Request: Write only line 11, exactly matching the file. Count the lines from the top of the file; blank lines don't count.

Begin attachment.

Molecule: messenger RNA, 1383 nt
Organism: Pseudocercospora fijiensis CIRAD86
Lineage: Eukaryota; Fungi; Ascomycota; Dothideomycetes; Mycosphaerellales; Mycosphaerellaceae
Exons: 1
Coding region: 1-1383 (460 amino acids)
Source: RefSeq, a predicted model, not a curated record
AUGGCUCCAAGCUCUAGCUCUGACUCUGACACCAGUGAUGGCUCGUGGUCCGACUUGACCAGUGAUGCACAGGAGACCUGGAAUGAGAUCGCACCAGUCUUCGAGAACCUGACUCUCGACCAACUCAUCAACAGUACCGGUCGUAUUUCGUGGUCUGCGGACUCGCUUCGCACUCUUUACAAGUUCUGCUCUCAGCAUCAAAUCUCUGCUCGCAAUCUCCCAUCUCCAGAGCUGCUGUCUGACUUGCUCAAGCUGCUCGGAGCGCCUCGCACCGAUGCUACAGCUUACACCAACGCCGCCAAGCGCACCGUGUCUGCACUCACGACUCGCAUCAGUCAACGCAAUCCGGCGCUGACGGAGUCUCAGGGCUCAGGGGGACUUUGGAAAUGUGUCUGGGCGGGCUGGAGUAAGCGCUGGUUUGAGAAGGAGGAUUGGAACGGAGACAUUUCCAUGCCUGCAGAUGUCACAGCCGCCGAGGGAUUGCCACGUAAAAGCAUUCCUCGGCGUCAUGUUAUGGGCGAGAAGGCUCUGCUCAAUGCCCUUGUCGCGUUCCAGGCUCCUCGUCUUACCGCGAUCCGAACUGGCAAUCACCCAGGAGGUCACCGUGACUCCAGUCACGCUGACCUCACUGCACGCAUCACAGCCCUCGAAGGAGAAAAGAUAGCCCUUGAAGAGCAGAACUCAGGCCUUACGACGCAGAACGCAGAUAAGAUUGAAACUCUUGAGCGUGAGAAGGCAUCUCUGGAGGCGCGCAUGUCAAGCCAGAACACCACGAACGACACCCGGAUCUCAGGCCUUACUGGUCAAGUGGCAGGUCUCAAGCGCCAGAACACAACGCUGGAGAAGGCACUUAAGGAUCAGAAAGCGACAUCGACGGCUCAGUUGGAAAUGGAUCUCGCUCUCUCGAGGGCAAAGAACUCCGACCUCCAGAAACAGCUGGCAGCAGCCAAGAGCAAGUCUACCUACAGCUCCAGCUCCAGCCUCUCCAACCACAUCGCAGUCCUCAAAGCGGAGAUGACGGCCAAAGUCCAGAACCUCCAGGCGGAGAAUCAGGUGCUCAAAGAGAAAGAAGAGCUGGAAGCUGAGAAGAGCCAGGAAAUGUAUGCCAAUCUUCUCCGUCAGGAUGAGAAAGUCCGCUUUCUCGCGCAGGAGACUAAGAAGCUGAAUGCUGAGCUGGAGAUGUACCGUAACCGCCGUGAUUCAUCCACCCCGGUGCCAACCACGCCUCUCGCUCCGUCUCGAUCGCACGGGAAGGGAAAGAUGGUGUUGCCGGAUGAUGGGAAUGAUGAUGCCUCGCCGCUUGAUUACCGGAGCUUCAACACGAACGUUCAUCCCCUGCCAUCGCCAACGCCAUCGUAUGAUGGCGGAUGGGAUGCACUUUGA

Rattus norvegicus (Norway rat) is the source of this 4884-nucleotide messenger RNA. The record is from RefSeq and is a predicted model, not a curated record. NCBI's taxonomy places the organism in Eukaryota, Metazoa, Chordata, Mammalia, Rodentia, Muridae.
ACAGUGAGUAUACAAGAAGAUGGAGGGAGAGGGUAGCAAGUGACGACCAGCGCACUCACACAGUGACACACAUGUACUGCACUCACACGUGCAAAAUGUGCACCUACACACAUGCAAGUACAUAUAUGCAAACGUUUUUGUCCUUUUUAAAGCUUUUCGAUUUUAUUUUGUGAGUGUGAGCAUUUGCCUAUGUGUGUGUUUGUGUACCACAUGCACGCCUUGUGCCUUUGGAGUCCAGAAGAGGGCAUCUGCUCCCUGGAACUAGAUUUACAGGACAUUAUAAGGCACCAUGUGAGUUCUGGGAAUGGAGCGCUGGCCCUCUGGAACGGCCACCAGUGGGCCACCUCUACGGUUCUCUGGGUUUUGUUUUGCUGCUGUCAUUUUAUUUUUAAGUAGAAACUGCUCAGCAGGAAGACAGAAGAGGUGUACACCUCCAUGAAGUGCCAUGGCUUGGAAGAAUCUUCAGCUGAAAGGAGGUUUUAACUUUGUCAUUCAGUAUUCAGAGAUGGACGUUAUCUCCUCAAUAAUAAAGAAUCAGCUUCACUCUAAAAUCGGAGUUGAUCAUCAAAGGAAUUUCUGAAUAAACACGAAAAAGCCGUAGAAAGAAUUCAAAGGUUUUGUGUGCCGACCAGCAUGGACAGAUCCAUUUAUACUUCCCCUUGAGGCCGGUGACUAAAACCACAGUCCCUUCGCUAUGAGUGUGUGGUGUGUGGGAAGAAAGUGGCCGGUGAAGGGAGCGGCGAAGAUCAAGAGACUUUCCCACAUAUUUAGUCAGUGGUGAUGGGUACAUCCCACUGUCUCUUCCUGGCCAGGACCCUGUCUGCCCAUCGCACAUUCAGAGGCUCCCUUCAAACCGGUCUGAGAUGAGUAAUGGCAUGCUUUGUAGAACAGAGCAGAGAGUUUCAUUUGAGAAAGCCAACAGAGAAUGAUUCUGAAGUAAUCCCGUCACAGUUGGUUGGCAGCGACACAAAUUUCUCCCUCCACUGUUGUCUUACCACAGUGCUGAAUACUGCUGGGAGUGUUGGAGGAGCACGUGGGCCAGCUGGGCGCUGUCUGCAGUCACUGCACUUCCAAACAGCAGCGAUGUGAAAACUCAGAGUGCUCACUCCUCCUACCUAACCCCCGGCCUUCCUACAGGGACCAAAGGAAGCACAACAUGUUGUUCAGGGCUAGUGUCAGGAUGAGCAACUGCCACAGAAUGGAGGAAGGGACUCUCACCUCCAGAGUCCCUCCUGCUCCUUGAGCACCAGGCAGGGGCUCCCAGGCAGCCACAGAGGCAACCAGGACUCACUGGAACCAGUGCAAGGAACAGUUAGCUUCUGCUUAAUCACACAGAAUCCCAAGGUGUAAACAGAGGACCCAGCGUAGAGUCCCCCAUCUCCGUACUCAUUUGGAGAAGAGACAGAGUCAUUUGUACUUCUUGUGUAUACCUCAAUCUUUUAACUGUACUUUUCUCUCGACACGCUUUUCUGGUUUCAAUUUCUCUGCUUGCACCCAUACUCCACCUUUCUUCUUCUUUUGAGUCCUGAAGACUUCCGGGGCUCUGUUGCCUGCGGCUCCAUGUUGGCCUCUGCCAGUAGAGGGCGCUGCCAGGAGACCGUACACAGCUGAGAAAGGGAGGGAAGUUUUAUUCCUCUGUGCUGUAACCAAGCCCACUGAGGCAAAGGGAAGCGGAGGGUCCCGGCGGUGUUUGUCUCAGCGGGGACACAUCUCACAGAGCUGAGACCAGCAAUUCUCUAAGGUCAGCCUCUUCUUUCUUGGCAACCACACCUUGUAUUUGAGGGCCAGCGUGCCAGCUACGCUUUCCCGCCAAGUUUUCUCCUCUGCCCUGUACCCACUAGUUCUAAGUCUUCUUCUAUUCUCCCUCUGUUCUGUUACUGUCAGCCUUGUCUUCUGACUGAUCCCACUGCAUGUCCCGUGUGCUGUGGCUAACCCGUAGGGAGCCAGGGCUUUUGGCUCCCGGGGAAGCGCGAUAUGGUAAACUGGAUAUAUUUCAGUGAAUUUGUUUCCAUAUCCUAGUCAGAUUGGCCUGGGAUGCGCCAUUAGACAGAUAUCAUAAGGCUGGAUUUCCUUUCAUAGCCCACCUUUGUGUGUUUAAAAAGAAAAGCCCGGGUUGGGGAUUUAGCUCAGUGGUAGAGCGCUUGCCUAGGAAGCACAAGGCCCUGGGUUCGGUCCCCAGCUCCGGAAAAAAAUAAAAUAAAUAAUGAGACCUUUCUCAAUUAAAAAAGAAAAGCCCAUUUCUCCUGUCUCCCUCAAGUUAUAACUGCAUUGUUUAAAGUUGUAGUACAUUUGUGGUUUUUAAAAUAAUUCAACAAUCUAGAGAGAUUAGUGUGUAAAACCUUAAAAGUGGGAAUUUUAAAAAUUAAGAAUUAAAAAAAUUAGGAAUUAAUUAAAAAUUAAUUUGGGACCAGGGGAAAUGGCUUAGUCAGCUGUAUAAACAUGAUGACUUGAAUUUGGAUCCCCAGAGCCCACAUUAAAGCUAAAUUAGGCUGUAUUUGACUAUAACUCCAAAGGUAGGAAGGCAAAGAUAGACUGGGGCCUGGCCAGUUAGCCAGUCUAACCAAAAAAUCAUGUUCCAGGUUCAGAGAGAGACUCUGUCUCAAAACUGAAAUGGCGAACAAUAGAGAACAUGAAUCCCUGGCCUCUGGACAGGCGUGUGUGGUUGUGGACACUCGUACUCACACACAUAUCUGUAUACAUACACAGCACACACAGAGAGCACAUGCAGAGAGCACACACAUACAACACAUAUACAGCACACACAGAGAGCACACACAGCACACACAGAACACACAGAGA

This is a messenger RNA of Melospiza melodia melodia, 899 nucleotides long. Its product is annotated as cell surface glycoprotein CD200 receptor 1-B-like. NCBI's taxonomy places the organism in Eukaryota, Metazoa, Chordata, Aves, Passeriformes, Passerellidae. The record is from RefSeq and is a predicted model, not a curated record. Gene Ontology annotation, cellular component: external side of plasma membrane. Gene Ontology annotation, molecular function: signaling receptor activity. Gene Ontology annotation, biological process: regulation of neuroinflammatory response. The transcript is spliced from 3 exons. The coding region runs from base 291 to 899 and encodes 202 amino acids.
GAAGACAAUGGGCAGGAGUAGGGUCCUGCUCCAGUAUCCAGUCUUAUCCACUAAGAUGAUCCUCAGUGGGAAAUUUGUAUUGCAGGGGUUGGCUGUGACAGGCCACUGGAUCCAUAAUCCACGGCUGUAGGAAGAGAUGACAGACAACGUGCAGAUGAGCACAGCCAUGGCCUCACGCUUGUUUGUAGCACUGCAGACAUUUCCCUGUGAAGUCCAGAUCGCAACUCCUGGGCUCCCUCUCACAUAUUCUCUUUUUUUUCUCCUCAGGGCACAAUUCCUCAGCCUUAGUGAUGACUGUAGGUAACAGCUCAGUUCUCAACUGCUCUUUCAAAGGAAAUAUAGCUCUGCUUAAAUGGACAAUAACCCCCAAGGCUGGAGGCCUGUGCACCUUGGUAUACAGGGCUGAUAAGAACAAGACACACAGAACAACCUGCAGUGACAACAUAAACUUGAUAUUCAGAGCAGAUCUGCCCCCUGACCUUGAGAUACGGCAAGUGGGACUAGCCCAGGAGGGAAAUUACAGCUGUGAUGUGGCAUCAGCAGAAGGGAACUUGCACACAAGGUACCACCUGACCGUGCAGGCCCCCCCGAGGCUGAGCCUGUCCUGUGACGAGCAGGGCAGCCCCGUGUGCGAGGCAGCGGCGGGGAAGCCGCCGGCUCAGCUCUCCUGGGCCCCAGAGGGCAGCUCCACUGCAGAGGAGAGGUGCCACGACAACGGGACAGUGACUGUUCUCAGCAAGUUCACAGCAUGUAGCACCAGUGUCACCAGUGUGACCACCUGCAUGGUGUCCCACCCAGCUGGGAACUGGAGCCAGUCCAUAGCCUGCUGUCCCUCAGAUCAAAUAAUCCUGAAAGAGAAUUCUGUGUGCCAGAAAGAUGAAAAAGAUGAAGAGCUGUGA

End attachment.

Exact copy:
GAAGACAAUGGGCAGGAGUAGGGUCCUGCUCCAGUAUCCAGUCUUAUCCACUAAGAUGAUCCUCAGUGGGAAAUUUGUAUUGCAGGGGUUGGCUGUGACAGGCCACUGGAUCCAUAAUCCACGGCUGUAGGAAGAGAUGACAGACAACGUGCAGAUGAGCACAGCCAUGGCCUCACGCUUGUUUGUAGCACUGCAGACAUUUCCCUGUGAAGUCCAGAUCGCAACUCCUGGGCUCCCUCUCACAUAUUCUCUUUUUUUUCUCCUCAGGGCACAAUUCCUCAGCCUUAGUGAUGACUGUAGGUAACAGCUCAGUUCUCAACUGCUCUUUCAAAGGAAAUAUAGCUCUGCUUAAAUGGACAAUAACCCCCAAGGCUGGAGGCCUGUGCACCUUGGUAUACAGGGCUGAUAAGAACAAGACACACAGAACAACCUGCAGUGACAACAUAAACUUGAUAUUCAGAGCAGAUCUGCCCCCUGACCUUGAGAUACGGCAAGUGGGACUAGCCCAGGAGGGAAAUUACAGCUGUGAUGUGGCAUCAGCAGAAGGGAACUUGCACACAAGGUACCACCUGACCGUGCAGGCCCCCCCGAGGCUGAGCCUGUCCUGUGACGAGCAGGGCAGCCCCGUGUGCGAGGCAGCGGCGGGGAAGCCGCCGGCUCAGCUCUCCUGGGCCCCAGAGGGCAGCUCCACUGCAGAGGAGAGGUGCCACGACAACGGGACAGUGACUGUUCUCAGCAAGUUCACAGCAUGUAGCACCAGUGUCACCAGUGUGACCACCUGCAUGGUGUCCCACCCAGCUGGGAACUGGAGCCAGUCCAUAGCCUGCUGUCCCUCAGAUCAAAUAAUCCUGAAAGAGAAUUCUGUGUGCCAGAAAGAUGAAAAAGAUGAAGAGCUGUGA